Valve notes that February 2022 is still an estimate, but it appears to be putting its faith in the new street date regardless. Those who reserved a Steam Deck will keep their place in the purchase queue, but the dates “will shift back accordingly” to start in February rather than in 2022.

Valve originally announced the Steam Deck in July. While the handheld’s form factor and design drew comparisons to the Nintendo Switch, Valve intends for the Steam Deck to be more like a portable PC. Players will have access to their entire Steam library of games on the go and will be able to play games with the Steam Deck’s built-in controller, as well as hook up the handheld to a TV or monitor to game on a bigger screen.

Editors’ Choice

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Valve’s Steam Deck delayed – SlashGear

Valve announced today that the first shipments for its Steam Deck handheld have been delayed. Originally slated to begin shipping in December 2021, those initial orders have now been pushed back to 2022. The delay isn’t massive in the grand scheme, but this is another example of new hardware missing its original launch window because of supply chain issues and global shortages.

Steam Deck delay: When orders will begin shipping

Valve has confirmed that initial Steam Deck orders will begin shipping out in February 2022. We aren’t given a precise release date beyond that, but then again, we had never had a specific date for the original December launch either. In a post to Steam today, Valve said that the new shipment window is based on its “updated build estimates.”

“The launch of Steam Deck will be delayed by two months,” Valve said today. “We’re sorry about this — we did our best to work around the global supply chain issues, but due to material shortages, components aren’t reaching our manufacturing facilities in time for us to meet our initial launch dates.”

Users don’t have to do anything in the wake of this delay, as Valve says everyone will keep their place in line, but the entire queue will shift back two months. If you pre-ordered a Steam Deck, you can check the updated availability estimate for your order by heading over to the Steam Deck page.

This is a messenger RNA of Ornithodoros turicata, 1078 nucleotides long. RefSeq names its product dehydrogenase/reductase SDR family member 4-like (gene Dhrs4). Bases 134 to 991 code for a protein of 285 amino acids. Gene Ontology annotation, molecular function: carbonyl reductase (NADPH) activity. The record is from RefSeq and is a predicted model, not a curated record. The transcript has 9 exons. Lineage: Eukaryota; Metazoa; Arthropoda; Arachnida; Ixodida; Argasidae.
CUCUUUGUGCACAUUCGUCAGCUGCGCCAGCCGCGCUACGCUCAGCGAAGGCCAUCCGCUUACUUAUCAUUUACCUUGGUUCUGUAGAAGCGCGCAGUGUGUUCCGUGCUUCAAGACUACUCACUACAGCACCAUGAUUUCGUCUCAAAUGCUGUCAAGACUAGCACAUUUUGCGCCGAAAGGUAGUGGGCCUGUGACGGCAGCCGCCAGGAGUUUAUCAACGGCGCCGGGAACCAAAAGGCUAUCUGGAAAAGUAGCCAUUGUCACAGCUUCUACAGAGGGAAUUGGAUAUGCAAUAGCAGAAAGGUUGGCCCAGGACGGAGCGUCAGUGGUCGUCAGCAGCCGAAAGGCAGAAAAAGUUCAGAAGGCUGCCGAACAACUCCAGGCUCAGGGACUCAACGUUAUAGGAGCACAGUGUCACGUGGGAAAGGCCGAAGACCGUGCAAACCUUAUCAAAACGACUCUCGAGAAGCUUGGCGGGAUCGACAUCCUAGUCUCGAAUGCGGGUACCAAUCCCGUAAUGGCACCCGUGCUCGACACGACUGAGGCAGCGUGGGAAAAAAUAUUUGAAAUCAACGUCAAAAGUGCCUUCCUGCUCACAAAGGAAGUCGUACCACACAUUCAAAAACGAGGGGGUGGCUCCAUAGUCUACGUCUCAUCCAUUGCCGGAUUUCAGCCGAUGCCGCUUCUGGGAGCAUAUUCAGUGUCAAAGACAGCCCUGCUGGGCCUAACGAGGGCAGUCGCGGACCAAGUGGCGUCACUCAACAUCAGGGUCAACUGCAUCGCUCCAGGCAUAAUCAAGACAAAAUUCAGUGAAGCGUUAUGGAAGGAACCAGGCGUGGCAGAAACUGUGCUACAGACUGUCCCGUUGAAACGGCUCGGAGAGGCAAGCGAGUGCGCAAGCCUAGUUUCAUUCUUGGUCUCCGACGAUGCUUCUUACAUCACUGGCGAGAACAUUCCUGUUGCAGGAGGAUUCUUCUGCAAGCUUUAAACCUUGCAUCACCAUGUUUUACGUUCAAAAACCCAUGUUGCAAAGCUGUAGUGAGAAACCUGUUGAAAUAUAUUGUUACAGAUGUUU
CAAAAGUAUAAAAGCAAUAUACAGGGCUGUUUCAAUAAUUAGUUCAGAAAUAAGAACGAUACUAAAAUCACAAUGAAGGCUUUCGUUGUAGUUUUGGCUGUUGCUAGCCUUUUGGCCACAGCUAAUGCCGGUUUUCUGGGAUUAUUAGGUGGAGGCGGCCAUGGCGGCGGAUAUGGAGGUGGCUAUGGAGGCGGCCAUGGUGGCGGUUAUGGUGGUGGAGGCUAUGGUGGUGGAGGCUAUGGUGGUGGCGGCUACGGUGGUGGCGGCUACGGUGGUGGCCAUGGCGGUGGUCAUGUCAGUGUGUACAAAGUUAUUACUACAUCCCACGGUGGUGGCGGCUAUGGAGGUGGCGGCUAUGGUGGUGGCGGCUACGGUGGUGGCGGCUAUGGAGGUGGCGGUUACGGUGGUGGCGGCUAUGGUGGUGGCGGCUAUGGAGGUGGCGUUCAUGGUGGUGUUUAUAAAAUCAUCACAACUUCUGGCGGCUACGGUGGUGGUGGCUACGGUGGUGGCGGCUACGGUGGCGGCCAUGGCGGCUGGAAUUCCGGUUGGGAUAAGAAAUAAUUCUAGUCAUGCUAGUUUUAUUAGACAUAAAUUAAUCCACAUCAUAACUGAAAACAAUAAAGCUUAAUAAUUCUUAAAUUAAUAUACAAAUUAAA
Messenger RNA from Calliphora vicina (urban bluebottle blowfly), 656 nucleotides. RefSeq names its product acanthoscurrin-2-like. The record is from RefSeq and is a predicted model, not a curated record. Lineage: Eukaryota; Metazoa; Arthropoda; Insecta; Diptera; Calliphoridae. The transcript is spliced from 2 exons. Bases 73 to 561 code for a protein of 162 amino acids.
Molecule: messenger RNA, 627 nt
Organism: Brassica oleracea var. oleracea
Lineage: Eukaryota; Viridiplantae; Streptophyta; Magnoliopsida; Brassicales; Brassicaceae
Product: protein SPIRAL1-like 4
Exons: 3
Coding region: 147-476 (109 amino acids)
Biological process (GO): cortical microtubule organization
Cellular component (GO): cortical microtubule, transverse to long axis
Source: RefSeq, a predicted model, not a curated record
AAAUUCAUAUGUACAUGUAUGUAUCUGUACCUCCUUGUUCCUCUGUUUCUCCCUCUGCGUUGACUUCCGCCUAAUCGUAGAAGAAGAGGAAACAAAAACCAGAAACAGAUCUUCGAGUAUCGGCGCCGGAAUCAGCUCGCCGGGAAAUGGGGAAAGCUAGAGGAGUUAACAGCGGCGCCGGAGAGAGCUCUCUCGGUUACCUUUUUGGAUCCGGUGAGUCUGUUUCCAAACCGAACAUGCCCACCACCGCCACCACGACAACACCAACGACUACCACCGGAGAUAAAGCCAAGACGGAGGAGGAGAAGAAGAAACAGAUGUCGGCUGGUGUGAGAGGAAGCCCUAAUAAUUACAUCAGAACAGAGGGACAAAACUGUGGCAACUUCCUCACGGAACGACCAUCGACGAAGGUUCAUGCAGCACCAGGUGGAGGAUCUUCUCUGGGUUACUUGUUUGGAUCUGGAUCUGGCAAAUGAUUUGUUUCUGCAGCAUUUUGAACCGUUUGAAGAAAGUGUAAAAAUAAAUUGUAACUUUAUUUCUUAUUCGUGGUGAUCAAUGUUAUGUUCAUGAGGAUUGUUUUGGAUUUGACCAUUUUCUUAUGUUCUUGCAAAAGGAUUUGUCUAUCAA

Another one bites the dust

Sadly, the Steam Deck is the latest in a long line of hardware that has been hit with delays. We have a global silicon shortage to thank for all of that, and so far, there’s been no sign that it will be easing significantly anytime soon. We’ve been grappling with this shortage for so long at this point that there was some question of whether or not Valve would have to contend with supply constraints back when the Steam Deck was first announced over the summer.

Valve, however, is in good company here, and we don’t even need to step outside the realm of video games to find multiple examples of hardware impacted by these issues. For example, the PlayStation 5 and Xbox Series X are both hard-to-find consoles a year out from release. Even Nintendo has managed to join the fray in launching the Switch OLED, which is difficult to find at the moment as well.

We’ve even seen more niche hardware manufacturers grappling with supply shortages in recent months. Analogue’s upcoming FPGA-based handheld, the Pocket, has faced numerous delays that have now pushed initial shipments back to December 2021, even though those handhelds were ordered in August 2020.

So, while it stings to hear that the Steam Deck has been delayed, it isn’t exactly surprising given the global state of affairs. We’ll let you know Valve makes any additional announcements regarding Steam Deck availability, but for now, expect the first orders to begin shipping out sometime in February 2021.

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Valve’s new verification program will make it easy to see if a game runs on Steam Deck

Ahead of Steam Deck’s December release, Valve has detailed the compatibility program it will use to let people know if they can play their games on the portable PC. Dubbed , the system groups games into four categories: “Verified,” “Playable,” “Unsupported” and “Unkown.”

If you see a game with the first badge, it means it will work great out of the box. Of the playable category, Valve says you may need to do some tweaking. For example, in a title like Team Fortress 2, you might have to download a community controller configuration before you can use the Steam Deck’s thumbsticks and face buttons to play the game. Valve lists Half-Life: Alyx as an example of an experience that you won’t be able to play on Steam Deck, suggesting the unsupported category will be mostly occupied by VR titles. Lastly, an unknown tag means the company hasn’t had a chance to test that game for compatibility yet.